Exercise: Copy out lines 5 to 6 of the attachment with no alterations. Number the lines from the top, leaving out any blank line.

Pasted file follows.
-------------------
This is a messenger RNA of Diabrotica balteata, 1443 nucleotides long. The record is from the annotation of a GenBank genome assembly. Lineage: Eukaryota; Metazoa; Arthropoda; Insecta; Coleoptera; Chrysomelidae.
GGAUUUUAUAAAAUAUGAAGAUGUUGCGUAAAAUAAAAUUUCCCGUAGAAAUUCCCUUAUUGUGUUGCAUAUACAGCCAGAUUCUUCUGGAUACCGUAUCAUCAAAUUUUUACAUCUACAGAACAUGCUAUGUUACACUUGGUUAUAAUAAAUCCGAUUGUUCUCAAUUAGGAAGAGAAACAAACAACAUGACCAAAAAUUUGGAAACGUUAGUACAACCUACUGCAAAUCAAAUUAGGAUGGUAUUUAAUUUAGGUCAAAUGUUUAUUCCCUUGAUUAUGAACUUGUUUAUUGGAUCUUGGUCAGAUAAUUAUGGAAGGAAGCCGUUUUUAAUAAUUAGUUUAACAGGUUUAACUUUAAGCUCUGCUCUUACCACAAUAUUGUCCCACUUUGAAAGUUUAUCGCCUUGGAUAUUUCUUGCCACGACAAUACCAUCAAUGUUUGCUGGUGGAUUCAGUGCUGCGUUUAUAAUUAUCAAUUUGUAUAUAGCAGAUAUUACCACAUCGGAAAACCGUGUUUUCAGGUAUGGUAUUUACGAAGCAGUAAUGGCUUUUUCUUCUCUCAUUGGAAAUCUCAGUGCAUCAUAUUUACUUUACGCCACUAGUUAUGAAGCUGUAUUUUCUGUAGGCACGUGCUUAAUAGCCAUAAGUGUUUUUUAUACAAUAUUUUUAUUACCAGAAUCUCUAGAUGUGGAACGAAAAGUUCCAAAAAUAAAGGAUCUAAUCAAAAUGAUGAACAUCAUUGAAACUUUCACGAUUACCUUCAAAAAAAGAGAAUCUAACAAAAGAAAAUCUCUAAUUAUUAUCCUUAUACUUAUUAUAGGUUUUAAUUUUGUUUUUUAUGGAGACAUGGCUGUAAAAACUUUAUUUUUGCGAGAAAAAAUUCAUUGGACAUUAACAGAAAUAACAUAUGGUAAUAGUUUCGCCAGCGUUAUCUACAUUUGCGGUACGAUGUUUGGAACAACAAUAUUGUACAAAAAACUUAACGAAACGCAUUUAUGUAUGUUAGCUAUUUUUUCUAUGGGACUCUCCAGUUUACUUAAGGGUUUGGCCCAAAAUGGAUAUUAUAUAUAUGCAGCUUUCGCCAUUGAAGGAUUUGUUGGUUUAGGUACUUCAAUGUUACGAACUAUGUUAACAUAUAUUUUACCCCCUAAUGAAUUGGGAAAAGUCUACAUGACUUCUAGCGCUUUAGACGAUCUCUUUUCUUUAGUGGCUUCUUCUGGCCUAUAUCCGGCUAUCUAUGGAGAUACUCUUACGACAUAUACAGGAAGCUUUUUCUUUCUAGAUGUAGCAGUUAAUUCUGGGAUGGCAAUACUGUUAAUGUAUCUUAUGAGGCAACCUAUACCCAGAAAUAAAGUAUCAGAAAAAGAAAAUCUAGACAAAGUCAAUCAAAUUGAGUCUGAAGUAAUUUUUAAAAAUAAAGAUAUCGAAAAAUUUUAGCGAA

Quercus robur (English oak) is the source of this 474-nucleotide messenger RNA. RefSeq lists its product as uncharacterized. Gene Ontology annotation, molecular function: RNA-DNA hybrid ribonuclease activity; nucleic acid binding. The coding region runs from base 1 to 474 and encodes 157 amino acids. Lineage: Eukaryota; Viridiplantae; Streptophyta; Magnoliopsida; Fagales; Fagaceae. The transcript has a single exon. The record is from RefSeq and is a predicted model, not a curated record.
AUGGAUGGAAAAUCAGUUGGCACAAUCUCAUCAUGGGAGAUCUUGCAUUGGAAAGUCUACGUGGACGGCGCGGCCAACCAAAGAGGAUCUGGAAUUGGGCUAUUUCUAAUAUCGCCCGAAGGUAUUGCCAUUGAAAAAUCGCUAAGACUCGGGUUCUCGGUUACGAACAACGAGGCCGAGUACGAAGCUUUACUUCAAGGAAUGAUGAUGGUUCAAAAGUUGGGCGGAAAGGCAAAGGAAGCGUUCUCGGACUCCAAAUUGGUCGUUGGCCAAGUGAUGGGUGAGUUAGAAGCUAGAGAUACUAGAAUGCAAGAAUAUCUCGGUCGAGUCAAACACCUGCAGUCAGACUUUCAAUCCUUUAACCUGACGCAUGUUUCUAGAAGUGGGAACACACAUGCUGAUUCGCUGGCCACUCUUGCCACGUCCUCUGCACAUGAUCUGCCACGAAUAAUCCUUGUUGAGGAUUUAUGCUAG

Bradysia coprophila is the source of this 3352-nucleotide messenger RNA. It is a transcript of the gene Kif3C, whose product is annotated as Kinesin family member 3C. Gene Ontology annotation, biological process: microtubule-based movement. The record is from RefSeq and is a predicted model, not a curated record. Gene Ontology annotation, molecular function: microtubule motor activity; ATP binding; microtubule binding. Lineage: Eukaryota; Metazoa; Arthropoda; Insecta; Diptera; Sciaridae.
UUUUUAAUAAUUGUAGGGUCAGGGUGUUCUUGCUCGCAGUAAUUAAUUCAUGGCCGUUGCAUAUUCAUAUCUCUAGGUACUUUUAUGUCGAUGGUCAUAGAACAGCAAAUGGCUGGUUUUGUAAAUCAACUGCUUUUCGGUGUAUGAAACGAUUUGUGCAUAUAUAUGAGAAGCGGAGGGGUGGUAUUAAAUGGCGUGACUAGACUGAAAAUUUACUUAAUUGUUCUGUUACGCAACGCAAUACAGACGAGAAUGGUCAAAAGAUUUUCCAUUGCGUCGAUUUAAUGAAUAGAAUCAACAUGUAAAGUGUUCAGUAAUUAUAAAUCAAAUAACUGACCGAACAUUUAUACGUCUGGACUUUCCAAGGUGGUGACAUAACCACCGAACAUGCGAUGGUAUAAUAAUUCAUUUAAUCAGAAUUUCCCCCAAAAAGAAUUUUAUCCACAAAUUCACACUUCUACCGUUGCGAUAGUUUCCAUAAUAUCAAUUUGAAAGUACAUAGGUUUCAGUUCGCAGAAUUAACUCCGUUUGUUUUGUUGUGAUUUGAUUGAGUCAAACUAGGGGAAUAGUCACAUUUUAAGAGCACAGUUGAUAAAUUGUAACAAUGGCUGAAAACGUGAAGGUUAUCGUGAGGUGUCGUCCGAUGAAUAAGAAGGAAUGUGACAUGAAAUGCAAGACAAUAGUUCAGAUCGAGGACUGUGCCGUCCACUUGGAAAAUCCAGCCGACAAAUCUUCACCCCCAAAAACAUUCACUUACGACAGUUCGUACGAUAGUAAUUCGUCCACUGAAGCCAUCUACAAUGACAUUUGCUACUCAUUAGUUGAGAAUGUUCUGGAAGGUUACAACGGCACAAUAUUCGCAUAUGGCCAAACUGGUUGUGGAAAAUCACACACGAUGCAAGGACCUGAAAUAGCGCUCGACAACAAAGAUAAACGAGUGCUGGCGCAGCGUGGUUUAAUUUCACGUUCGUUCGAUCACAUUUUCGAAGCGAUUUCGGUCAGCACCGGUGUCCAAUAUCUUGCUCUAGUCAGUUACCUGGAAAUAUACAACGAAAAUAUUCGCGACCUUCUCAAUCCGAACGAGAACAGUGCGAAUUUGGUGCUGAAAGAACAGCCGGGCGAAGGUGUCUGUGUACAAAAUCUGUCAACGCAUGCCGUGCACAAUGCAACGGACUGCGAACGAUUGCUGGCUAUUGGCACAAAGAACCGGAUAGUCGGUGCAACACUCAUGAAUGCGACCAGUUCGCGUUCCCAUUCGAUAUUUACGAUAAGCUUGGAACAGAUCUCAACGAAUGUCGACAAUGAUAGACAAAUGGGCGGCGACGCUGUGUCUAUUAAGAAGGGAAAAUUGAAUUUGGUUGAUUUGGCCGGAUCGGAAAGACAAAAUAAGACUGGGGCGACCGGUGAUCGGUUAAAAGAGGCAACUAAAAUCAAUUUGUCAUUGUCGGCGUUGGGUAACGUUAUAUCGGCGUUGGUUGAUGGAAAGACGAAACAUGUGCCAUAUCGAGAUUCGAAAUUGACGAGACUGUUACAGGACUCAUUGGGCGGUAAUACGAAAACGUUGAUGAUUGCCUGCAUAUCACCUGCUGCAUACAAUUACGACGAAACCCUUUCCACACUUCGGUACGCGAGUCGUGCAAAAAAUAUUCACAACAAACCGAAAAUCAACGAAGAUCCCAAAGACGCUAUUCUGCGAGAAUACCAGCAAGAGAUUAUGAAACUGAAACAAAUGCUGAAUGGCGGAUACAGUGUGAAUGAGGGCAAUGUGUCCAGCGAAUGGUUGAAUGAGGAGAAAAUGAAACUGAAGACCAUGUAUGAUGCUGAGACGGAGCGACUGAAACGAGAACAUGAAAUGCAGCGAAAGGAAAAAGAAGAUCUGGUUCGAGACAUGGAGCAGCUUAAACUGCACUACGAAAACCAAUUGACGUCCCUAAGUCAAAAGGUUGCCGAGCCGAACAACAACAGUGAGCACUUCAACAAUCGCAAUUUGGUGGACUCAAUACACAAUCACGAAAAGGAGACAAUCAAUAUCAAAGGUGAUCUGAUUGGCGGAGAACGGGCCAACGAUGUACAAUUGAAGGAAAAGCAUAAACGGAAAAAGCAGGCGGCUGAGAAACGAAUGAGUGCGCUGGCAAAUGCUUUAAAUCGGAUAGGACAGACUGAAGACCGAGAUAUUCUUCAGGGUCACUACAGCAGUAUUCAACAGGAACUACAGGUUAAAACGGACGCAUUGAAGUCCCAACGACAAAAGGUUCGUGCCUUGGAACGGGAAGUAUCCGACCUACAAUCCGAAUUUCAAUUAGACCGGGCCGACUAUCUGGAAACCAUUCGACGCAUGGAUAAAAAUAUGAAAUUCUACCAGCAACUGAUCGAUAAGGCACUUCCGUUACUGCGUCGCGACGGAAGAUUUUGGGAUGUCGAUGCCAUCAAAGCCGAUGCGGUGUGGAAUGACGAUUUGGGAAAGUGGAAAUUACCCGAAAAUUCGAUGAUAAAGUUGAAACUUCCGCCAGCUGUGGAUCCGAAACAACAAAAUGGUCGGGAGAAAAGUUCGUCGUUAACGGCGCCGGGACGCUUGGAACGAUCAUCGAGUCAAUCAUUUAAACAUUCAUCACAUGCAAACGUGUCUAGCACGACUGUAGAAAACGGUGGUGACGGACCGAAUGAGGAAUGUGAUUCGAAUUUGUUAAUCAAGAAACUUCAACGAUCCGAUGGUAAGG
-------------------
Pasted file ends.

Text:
Bradysia coprophila is the source of this 3352-nucleotide messenger RNA. It is a transcript of the gene Kif3C, whose product is annotated as Kinesin family member 3C. Gene Ontology annotation, biological process: microtubule-based movement. The record is from RefSeq and is a predicted model, not a curated record. Gene Ontology annotation, molecular function: microtubule motor activity; ATP binding; microtubule binding. Lineage: Eukaryota; Metazoa; Arthropoda; Insecta; Diptera; Sciaridae.
UUUUUAAUAAUUGUAGGGUCAGGGUGUUCUUGCUCGCAGUAAUUAAUUCAUGGCCGUUGCAUAUUCAUAUCUCUAGGUACUUUUAUGUCGAUGGUCAUAGAACAGCAAAUGGCUGGUUUUGUAAAUCAACUGCUUUUCGGUGUAUGAAACGAUUUGUGCAUAUAUAUGAGAAGCGGAGGGGUGGUAUUAAAUGGCGUGACUAGACUGAAAAUUUACUUAAUUGUUCUGUUACGCAACGCAAUACAGACGAGAAUGGUCAAAAGAUUUUCCAUUGCGUCGAUUUAAUGAAUAGAAUCAACAUGUAAAGUGUUCAGUAAUUAUAAAUCAAAUAACUGACCGAACAUUUAUACGUCUGGACUUUCCAAGGUGGUGACAUAACCACCGAACAUGCGAUGGUAUAAUAAUUCAUUUAAUCAGAAUUUCCCCCAAAAAGAAUUUUAUCCACAAAUUCACACUUCUACCGUUGCGAUAGUUUCCAUAAUAUCAAUUUGAAAGUACAUAGGUUUCAGUUCGCAGAAUUAACUCCGUUUGUUUUGUUGUGAUUUGAUUGAGUCAAACUAGGGGAAUAGUCACAUUUUAAGAGCACAGUUGAUAAAUUGUAACAAUGGCUGAAAACGUGAAGGUUAUCGUGAGGUGUCGUCCGAUGAAUAAGAAGGAAUGUGACAUGAAAUGCAAGACAAUAGUUCAGAUCGAGGACUGUGCCGUCCACUUGGAAAAUCCAGCCGACAAAUCUUCACCCCCAAAAACAUUCACUUACGACAGUUCGUACGAUAGUAAUUCGUCCACUGAAGCCAUCUACAAUGACAUUUGCUACUCAUUAGUUGAGAAUGUUCUGGAAGGUUACAACGGCACAAUAUUCGCAUAUGGCCAAACUGGUUGUGGAAAAUCACACACGAUGCAAGGACCUGAAAUAGCGCUCGACAACAAAGAUAAACGAGUGCUGGCGCAGCGUGGUUUAAUUUCACGUUCGUUCGAUCACAUUUUCGAAGCGAUUUCGGUCAGCACCGGUGUCCAAUAUCUUGCUCUAGUCAGUUACCUGGAAAUAUACAACGAAAAUAUUCGCGACCUUCUCAAUCCGAACGAGAACAGUGCGAAUUUGGUGCUGAAAGAACAGCCGGGCGAAGGUGUCUGUGUACAAAAUCUGUCAACGCAUGCCGUGCACAAUGCAACGGACUGCGAACGAUUGCUGGCUAUUGGCACAAAGAACCGGAUAGUCGGUGCAACACUCAUGAAUGCGACCAGUUCGCGUUCCCAUUCGAUAUUUACGAUAAGCUUGGAACAGAUCUCAACGAAUGUCGACAAUGAUAGACAAAUGGGCGGCGACGCUGUGUCUAUUAAGAAGGGAAAAUUGAAUUUGGUUGAUUUGGCCGGAUCGGAAAGACAAAAUAAGACUGGGGCGACCGGUGAUCGGUUAAAAGAGGCAACUAAAAUCAAUUUGUCAUUGUCGGCGUUGGGUAACGUUAUAUCGGCGUUGGUUGAUGGAAAGACGAAACAUGUGCCAUAUCGAGAUUCGAAAUUGACGAGACUGUUACAGGACUCAUUGGGCGGUAAUACGAAAACGUUGAUGAUUGCCUGCAUAUCACCUGCUGCAUACAAUUACGACGAAACCCUUUCCACACUUCGGUACGCGAGUCGUGCAAAAAAUAUUCACAACAAACCGAAAAUCAACGAAGAUCCCAAAGACGCUAUUCUGCGAGAAUACCAGCAAGAGAUUAUGAAACUGAAACAAAUGCUGAAUGGCGGAUACAGUGUGAAUGAGGGCAAUGUGUCCAGCGAAUGGUUGAAUGAGGAGAAAAUGAAACUGAAGACCAUGUAUGAUGCUGAGACGGAGCGACUGAAACGAGAACAUGAAAUGCAGCGAAAGGAAAAAGAAGAUCUGGUUCGAGACAUGGAGCAGCUUAAACUGCACUACGAAAACCAAUUGACGUCCCUAAGUCAAAAGGUUGCCGAGCCGAACAACAACAGUGAGCACUUCAACAAUCGCAAUUUGGUGGACUCAAUACACAAUCACGAAAAGGAGACAAUCAAUAUCAAAGGUGAUCUGAUUGGCGGAGAACGGGCCAACGAUGUACAAUUGAAGGAAAAGCAUAAACGGAAAAAGCAGGCGGCUGAGAAACGAAUGAGUGCGCUGGCAAAUGCUUUAAAUCGGAUAGGACAGACUGAAGACCGAGAUAUUCUUCAGGGUCACUACAGCAGUAUUCAACAGGAACUACAGGUUAAAACGGACGCAUUGAAGUCCCAACGACAAAAGGUUCGUGCCUUGGAACGGGAAGUAUCCGACCUACAAUCCGAAUUUCAAUUAGACCGGGCCGACUAUCUGGAAACCAUUCGACGCAUGGAUAAAAAUAUGAAAUUCUACCAGCAACUGAUCGAUAAGGCACUUCCGUUACUGCGUCGCGACGGAAGAUUUUGGGAUGUCGAUGCCAUCAAAGCCGAUGCGGUGUGGAAUGACGAUUUGGGAAAGUGGAAAUUACCCGAAAAUUCGAUGAUAAAGUUGAAACUUCCGCCAGCUGUGGAUCCGAAACAACAAAAUGGUCGGGAGAAAAGUUCGUCGUUAACGGCGCCGGGACGCUUGGAACGAUCAUCGAGUCAAUCAUUUAAACAUUCAUCACAUGCAAACGUGUCUAGCACGACUGUAGAAAACGGUGGUGACGGACCGAAUGAGGAAUGUGAUUCGAAUUUGUUAAUCAAGAAACUUCAACGAUCCGAUGGUAAGG